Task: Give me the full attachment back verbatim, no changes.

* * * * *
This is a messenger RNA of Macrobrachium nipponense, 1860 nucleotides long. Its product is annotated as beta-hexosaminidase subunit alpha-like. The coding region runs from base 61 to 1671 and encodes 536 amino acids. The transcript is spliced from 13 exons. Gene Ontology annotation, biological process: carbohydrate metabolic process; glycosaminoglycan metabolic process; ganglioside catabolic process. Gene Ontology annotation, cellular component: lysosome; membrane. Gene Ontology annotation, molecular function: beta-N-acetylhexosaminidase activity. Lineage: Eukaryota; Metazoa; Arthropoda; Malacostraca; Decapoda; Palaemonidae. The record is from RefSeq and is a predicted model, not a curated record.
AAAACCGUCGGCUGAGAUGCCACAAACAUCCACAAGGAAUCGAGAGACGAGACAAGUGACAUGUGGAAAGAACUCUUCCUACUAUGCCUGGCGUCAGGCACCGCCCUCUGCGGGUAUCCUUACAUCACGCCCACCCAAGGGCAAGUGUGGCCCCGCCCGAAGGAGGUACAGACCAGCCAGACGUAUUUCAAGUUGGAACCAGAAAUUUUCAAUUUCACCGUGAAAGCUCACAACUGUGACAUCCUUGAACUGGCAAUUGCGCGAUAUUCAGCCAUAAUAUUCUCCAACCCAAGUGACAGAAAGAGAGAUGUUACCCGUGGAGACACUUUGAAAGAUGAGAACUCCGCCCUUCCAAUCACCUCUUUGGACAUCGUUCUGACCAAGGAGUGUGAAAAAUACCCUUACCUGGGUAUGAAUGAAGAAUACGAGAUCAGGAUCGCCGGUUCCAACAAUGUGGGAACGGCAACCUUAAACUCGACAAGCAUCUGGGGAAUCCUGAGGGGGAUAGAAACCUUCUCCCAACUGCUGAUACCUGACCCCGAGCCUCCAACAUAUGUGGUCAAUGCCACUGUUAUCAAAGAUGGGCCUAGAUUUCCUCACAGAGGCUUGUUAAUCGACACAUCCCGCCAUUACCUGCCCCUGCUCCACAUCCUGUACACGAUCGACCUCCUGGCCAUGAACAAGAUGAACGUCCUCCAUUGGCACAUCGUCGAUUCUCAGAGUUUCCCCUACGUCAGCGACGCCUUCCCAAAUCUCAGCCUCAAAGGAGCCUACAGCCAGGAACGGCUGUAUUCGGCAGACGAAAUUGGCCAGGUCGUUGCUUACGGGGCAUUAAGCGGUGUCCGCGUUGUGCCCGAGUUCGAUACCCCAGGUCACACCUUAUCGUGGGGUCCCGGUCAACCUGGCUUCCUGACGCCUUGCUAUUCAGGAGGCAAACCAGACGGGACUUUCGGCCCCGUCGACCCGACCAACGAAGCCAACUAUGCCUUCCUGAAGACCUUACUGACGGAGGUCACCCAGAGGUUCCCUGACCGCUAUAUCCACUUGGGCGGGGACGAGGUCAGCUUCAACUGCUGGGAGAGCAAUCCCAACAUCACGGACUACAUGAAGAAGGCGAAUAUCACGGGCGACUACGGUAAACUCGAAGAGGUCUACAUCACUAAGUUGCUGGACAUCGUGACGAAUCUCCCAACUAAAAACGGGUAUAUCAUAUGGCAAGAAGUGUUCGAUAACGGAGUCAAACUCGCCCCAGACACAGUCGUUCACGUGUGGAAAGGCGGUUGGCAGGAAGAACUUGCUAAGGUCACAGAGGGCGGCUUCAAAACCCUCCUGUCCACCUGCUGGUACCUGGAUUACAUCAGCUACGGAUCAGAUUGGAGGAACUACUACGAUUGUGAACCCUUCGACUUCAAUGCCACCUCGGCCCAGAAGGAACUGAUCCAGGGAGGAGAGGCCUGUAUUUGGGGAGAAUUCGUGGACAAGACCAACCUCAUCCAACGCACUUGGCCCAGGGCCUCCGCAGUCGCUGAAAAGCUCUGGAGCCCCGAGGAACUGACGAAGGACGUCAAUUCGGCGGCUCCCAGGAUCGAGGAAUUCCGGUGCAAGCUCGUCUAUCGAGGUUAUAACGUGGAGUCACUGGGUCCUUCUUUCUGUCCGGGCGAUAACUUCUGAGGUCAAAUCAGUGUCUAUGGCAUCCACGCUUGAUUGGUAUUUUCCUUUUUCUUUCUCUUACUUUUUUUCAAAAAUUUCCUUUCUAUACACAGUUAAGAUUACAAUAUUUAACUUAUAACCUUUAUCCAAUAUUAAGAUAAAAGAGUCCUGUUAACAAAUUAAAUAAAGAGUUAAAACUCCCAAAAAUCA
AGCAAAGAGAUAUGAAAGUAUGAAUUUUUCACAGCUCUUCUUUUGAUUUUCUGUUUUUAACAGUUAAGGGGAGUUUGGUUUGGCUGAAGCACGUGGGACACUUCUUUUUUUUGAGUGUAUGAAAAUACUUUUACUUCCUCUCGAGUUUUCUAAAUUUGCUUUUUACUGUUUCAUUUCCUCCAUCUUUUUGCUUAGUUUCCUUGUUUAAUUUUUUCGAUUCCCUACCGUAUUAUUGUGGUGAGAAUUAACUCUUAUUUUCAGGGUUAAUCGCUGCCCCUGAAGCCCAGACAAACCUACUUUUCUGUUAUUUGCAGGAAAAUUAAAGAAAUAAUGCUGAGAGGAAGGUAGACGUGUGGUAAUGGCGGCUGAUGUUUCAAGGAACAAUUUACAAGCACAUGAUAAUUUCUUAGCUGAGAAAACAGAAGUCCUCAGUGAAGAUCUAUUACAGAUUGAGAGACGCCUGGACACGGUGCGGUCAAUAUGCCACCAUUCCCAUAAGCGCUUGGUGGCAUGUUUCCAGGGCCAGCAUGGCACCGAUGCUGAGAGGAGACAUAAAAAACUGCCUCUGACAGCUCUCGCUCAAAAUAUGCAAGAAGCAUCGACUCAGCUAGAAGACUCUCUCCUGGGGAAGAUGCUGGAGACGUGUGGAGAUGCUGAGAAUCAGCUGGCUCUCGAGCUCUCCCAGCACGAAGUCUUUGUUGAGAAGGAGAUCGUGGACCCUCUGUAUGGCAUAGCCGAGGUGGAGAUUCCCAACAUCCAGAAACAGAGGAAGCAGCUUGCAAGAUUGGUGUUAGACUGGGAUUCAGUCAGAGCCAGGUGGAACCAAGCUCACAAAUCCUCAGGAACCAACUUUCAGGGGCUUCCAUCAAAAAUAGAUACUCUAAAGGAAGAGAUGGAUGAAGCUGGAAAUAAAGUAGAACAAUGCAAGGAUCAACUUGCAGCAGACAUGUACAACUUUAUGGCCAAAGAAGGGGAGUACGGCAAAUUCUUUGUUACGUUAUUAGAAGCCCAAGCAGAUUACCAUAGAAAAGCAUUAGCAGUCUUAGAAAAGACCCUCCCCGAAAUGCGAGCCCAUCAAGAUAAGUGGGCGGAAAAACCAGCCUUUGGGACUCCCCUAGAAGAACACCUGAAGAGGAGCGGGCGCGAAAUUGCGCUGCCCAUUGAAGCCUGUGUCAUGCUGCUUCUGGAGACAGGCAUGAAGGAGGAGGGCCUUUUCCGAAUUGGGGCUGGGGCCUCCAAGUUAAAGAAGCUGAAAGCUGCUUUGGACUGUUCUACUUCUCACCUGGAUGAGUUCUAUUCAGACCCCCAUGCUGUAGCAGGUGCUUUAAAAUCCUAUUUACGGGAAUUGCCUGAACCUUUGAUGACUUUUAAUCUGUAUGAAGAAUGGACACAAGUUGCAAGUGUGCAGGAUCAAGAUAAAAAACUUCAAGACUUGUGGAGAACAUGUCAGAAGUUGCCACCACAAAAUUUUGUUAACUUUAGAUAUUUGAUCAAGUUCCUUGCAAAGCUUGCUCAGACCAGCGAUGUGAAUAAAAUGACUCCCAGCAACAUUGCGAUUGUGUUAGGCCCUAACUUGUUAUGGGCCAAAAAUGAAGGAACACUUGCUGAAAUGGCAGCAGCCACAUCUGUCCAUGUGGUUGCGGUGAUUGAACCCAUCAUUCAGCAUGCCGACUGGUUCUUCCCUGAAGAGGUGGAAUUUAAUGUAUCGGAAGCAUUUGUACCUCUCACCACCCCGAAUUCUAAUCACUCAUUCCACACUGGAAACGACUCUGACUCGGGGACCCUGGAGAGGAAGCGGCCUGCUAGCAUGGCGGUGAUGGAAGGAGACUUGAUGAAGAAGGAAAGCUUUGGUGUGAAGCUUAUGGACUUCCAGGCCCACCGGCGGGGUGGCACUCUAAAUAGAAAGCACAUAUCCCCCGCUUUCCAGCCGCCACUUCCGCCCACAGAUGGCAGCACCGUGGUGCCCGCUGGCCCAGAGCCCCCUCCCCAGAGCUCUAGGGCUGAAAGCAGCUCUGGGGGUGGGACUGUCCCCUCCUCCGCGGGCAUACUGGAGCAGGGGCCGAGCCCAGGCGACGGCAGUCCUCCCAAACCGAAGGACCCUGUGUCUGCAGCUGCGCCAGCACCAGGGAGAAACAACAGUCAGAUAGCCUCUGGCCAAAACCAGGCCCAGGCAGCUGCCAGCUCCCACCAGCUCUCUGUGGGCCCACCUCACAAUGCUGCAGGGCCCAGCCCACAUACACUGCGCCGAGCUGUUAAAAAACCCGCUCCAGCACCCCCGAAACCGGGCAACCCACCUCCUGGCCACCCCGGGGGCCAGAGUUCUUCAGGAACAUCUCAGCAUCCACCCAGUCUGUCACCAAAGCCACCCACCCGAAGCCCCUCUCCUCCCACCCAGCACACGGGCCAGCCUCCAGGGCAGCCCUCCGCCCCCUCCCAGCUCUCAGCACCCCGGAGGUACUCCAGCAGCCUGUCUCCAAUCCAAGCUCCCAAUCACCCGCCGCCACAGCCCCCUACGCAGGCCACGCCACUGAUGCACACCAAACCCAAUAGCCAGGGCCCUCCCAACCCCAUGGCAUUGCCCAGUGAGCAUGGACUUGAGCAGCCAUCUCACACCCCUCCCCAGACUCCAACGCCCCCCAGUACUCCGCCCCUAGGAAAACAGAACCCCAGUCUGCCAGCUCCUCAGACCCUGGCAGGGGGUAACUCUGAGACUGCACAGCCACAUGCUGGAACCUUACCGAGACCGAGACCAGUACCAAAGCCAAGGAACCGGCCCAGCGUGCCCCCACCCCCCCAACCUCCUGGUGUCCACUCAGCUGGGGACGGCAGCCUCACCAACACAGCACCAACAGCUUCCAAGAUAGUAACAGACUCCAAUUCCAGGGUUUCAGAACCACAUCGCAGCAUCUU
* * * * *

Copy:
This is a messenger RNA of Macrobrachium nipponense, 1860 nucleotides long. Its product is annotated as beta-hexosaminidase subunit alpha-like. The coding region runs from base 61 to 1671 and encodes 536 amino acids. The transcript is spliced from 13 exons. Gene Ontology annotation, biological process: carbohydrate metabolic process; glycosaminoglycan metabolic process; ganglioside catabolic process. Gene Ontology annotation, cellular component: lysosome; membrane. Gene Ontology annotation, molecular function: beta-N-acetylhexosaminidase activity. Lineage: Eukaryota; Metazoa; Arthropoda; Malacostraca; Decapoda; Palaemonidae. The record is from RefSeq and is a predicted model, not a curated record.
AAAACCGUCGGCUGAGAUGCCACAAACAUCCACAAGGAAUCGAGAGACGAGACAAGUGACAUGUGGAAAGAACUCUUCCUACUAUGCCUGGCGUCAGGCACCGCCCUCUGCGGGUAUCCUUACAUCACGCCCACCCAAGGGCAAGUGUGGCCCCGCCCGAAGGAGGUACAGACCAGCCAGACGUAUUUCAAGUUGGAACCAGAAAUUUUCAAUUUCACCGUGAAAGCUCACAACUGUGACAUCCUUGAACUGGCAAUUGCGCGAUAUUCAGCCAUAAUAUUCUCCAACCCAAGUGACAGAAAGAGAGAUGUUACCCGUGGAGACACUUUGAAAGAUGAGAACUCCGCCCUUCCAAUCACCUCUUUGGACAUCGUUCUGACCAAGGAGUGUGAAAAAUACCCUUACCUGGGUAUGAAUGAAGAAUACGAGAUCAGGAUCGCCGGUUCCAACAAUGUGGGAACGGCAACCUUAAACUCGACAAGCAUCUGGGGAAUCCUGAGGGGGAUAGAAACCUUCUCCCAACUGCUGAUACCUGACCCCGAGCCUCCAACAUAUGUGGUCAAUGCCACUGUUAUCAAAGAUGGGCCUAGAUUUCCUCACAGAGGCUUGUUAAUCGACACAUCCCGCCAUUACCUGCCCCUGCUCCACAUCCUGUACACGAUCGACCUCCUGGCCAUGAACAAGAUGAACGUCCUCCAUUGGCACAUCGUCGAUUCUCAGAGUUUCCCCUACGUCAGCGACGCCUUCCCAAAUCUCAGCCUCAAAGGAGCCUACAGCCAGGAACGGCUGUAUUCGGCAGACGAAAUUGGCCAGGUCGUUGCUUACGGGGCAUUAAGCGGUGUCCGCGUUGUGCCCGAGUUCGAUACCCCAGGUCACACCUUAUCGUGGGGUCCCGGUCAACCUGGCUUCCUGACGCCUUGCUAUUCAGGAGGCAAACCAGACGGGACUUUCGGCCCCGUCGACCCGACCAACGAAGCCAACUAUGCCUUCCUGAAGACCUUACUGACGGAGGUCACCCAGAGGUUCCCUGACCGCUAUAUCCACUUGGGCGGGGACGAGGUCAGCUUCAACUGCUGGGAGAGCAAUCCCAACAUCACGGACUACAUGAAGAAGGCGAAUAUCACGGGCGACUACGGUAAACUCGAAGAGGUCUACAUCACUAAGUUGCUGGACAUCGUGACGAAUCUCCCAACUAAAAACGGGUAUAUCAUAUGGCAAGAAGUGUUCGAUAACGGAGUCAAACUCGCCCCAGACACAGUCGUUCACGUGUGGAAAGGCGGUUGGCAGGAAGAACUUGCUAAGGUCACAGAGGGCGGCUUCAAAACCCUCCUGUCCACCUGCUGGUACCUGGAUUACAUCAGCUACGGAUCAGAUUGGAGGAACUACUACGAUUGUGAACCCUUCGACUUCAAUGCCACCUCGGCCCAGAAGGAACUGAUCCAGGGAGGAGAGGCCUGUAUUUGGGGAGAAUUCGUGGACAAGACCAACCUCAUCCAACGCACUUGGCCCAGGGCCUCCGCAGUCGCUGAAAAGCUCUGGAGCCCCGAGGAACUGACGAAGGACGUCAAUUCGGCGGCUCCCAGGAUCGAGGAAUUCCGGUGCAAGCUCGUCUAUCGAGGUUAUAACGUGGAGUCACUGGGUCCUUCUUUCUGUCCGGGCGAUAACUUCUGAGGUCAAAUCAGUGUCUAUGGCAUCCACGCUUGAUUGGUAUUUUCCUUUUUCUUUCUCUUACUUUUUUUCAAAAAUUUCCUUUCUAUACACAGUUAAGAUUACAAUAUUUAACUUAUAACCUUUAUCCAAUAUUAAGAUAAAAGAGUCCUGUUAACAAAUUAAAUAAAGAGUUAAAACUCCCAAAAAUCA
AGCAAAGAGAUAUGAAAGUAUGAAUUUUUCACAGCUCUUCUUUUGAUUUUCUGUUUUUAACAGUUAAGGGGAGUUUGGUUUGGCUGAAGCACGUGGGACACUUCUUUUUUUUGAGUGUAUGAAAAUACUUUUACUUCCUCUCGAGUUUUCUAAAUUUGCUUUUUACUGUUUCAUUUCCUCCAUCUUUUUGCUUAGUUUCCUUGUUUAAUUUUUUCGAUUCCCUACCGUAUUAUUGUGGUGAGAAUUAACUCUUAUUUUCAGGGUUAAUCGCUGCCCCUGAAGCCCAGACAAACCUACUUUUCUGUUAUUUGCAGGAAAAUUAAAGAAAUAAUGCUGAGAGGAAGGUAGACGUGUGGUAAUGGCGGCUGAUGUUUCAAGGAACAAUUUACAAGCACAUGAUAAUUUCUUAGCUGAGAAAACAGAAGUCCUCAGUGAAGAUCUAUUACAGAUUGAGAGACGCCUGGACACGGUGCGGUCAAUAUGCCACCAUUCCCAUAAGCGCUUGGUGGCAUGUUUCCAGGGCCAGCAUGGCACCGAUGCUGAGAGGAGACAUAAAAAACUGCCUCUGACAGCUCUCGCUCAAAAUAUGCAAGAAGCAUCGACUCAGCUAGAAGACUCUCUCCUGGGGAAGAUGCUGGAGACGUGUGGAGAUGCUGAGAAUCAGCUGGCUCUCGAGCUCUCCCAGCACGAAGUCUUUGUUGAGAAGGAGAUCGUGGACCCUCUGUAUGGCAUAGCCGAGGUGGAGAUUCCCAACAUCCAGAAACAGAGGAAGCAGCUUGCAAGAUUGGUGUUAGACUGGGAUUCAGUCAGAGCCAGGUGGAACCAAGCUCACAAAUCCUCAGGAACCAACUUUCAGGGGCUUCCAUCAAAAAUAGAUACUCUAAAGGAAGAGAUGGAUGAAGCUGGAAAUAAAGUAGAACAAUGCAAGGAUCAACUUGCAGCAGACAUGUACAACUUUAUGGCCAAAGAAGGGGAGUACGGCAAAUUCUUUGUUACGUUAUUAGAAGCCCAAGCAGAUUACCAUAGAAAAGCAUUAGCAGUCUUAGAAAAGACCCUCCCCGAAAUGCGAGCCCAUCAAGAUAAGUGGGCGGAAAAACCAGCCUUUGGGACUCCCCUAGAAGAACACCUGAAGAGGAGCGGGCGCGAAAUUGCGCUGCCCAUUGAAGCCUGUGUCAUGCUGCUUCUGGAGACAGGCAUGAAGGAGGAGGGCCUUUUCCGAAUUGGGGCUGGGGCCUCCAAGUUAAAGAAGCUGAAAGCUGCUUUGGACUGUUCUACUUCUCACCUGGAUGAGUUCUAUUCAGACCCCCAUGCUGUAGCAGGUGCUUUAAAAUCCUAUUUACGGGAAUUGCCUGAACCUUUGAUGACUUUUAAUCUGUAUGAAGAAUGGACACAAGUUGCAAGUGUGCAGGAUCAAGAUAAAAAACUUCAAGACUUGUGGAGAACAUGUCAGAAGUUGCCACCACAAAAUUUUGUUAACUUUAGAUAUUUGAUCAAGUUCCUUGCAAAGCUUGCUCAGACCAGCGAUGUGAAUAAAAUGACUCCCAGCAACAUUGCGAUUGUGUUAGGCCCUAACUUGUUAUGGGCCAAAAAUGAAGGAACACUUGCUGAAAUGGCAGCAGCCACAUCUGUCCAUGUGGUUGCGGUGAUUGAACCCAUCAUUCAGCAUGCCGACUGGUUCUUCCCUGAAGAGGUGGAAUUUAAUGUAUCGGAAGCAUUUGUACCUCUCACCACCCCGAAUUCUAAUCACUCAUUCCACACUGGAAACGACUCUGACUCGGGGACCCUGGAGAGGAAGCGGCCUGCUAGCAUGGCGGUGAUGGAAGGAGACUUGAUGAAGAAGGAAAGCUUUGGUGUGAAGCUUAUGGACUUCCAGGCCCACCGGCGGGGUGGCACUCUAAAUAGAAAGCACAUAUCCCCCGCUUUCCAGCCGCCACUUCCGCCCACAGAUGGCAGCACCGUGGUGCCCGCUGGCCCAGAGCCCCCUCCCCAGAGCUCUAGGGCUGAAAGCAGCUCUGGGGGUGGGACUGUCCCCUCCUCCGCGGGCAUACUGGAGCAGGGGCCGAGCCCAGGCGACGGCAGUCCUCCCAAACCGAAGGACCCUGUGUCUGCAGCUGCGCCAGCACCAGGGAGAAACAACAGUCAGAUAGCCUCUGGCCAAAACCAGGCCCAGGCAGCUGCCAGCUCCCACCAGCUCUCUGUGGGCCCACCUCACAAUGCUGCAGGGCCCAGCCCACAUACACUGCGCCGAGCUGUUAAAAAACCCGCUCCAGCACCCCCGAAACCGGGCAACCCACCUCCUGGCCACCCCGGGGGCCAGAGUUCUUCAGGAACAUCUCAGCAUCCACCCAGUCUGUCACCAAAGCCACCCACCCGAAGCCCCUCUCCUCCCACCCAGCACACGGGCCAGCCUCCAGGGCAGCCCUCCGCCCCCUCCCAGCUCUCAGCACCCCGGAGGUACUCCAGCAGCCUGUCUCCAAUCCAAGCUCCCAAUCACCCGCCGCCACAGCCCCCUACGCAGGCCACGCCACUGAUGCACACCAAACCCAAUAGCCAGGGCCCUCCCAACCCCAUGGCAUUGCCCAGUGAGCAUGGACUUGAGCAGCCAUCUCACACCCCUCCCCAGACUCCAACGCCCCCCAGUACUCCGCCCCUAGGAAAACAGAACCCCAGUCUGCCAGCUCCUCAGACCCUGGCAGGGGGUAACUCUGAGACUGCACAGCCACAUGCUGGAACCUUACCGAGACCGAGACCAGUACCAAAGCCAAGGAACCGGCCCAGCGUGCCCCCACCCCCCCAACCUCCUGGUGUCCACUCAGCUGGGGACGGCAGCCUCACCAACACAGCACCAACAGCUUCCAAGAUAGUAACAGACUCCAAUUCCAGGGUUUCAGAACCACAUCGCAGCAUCUU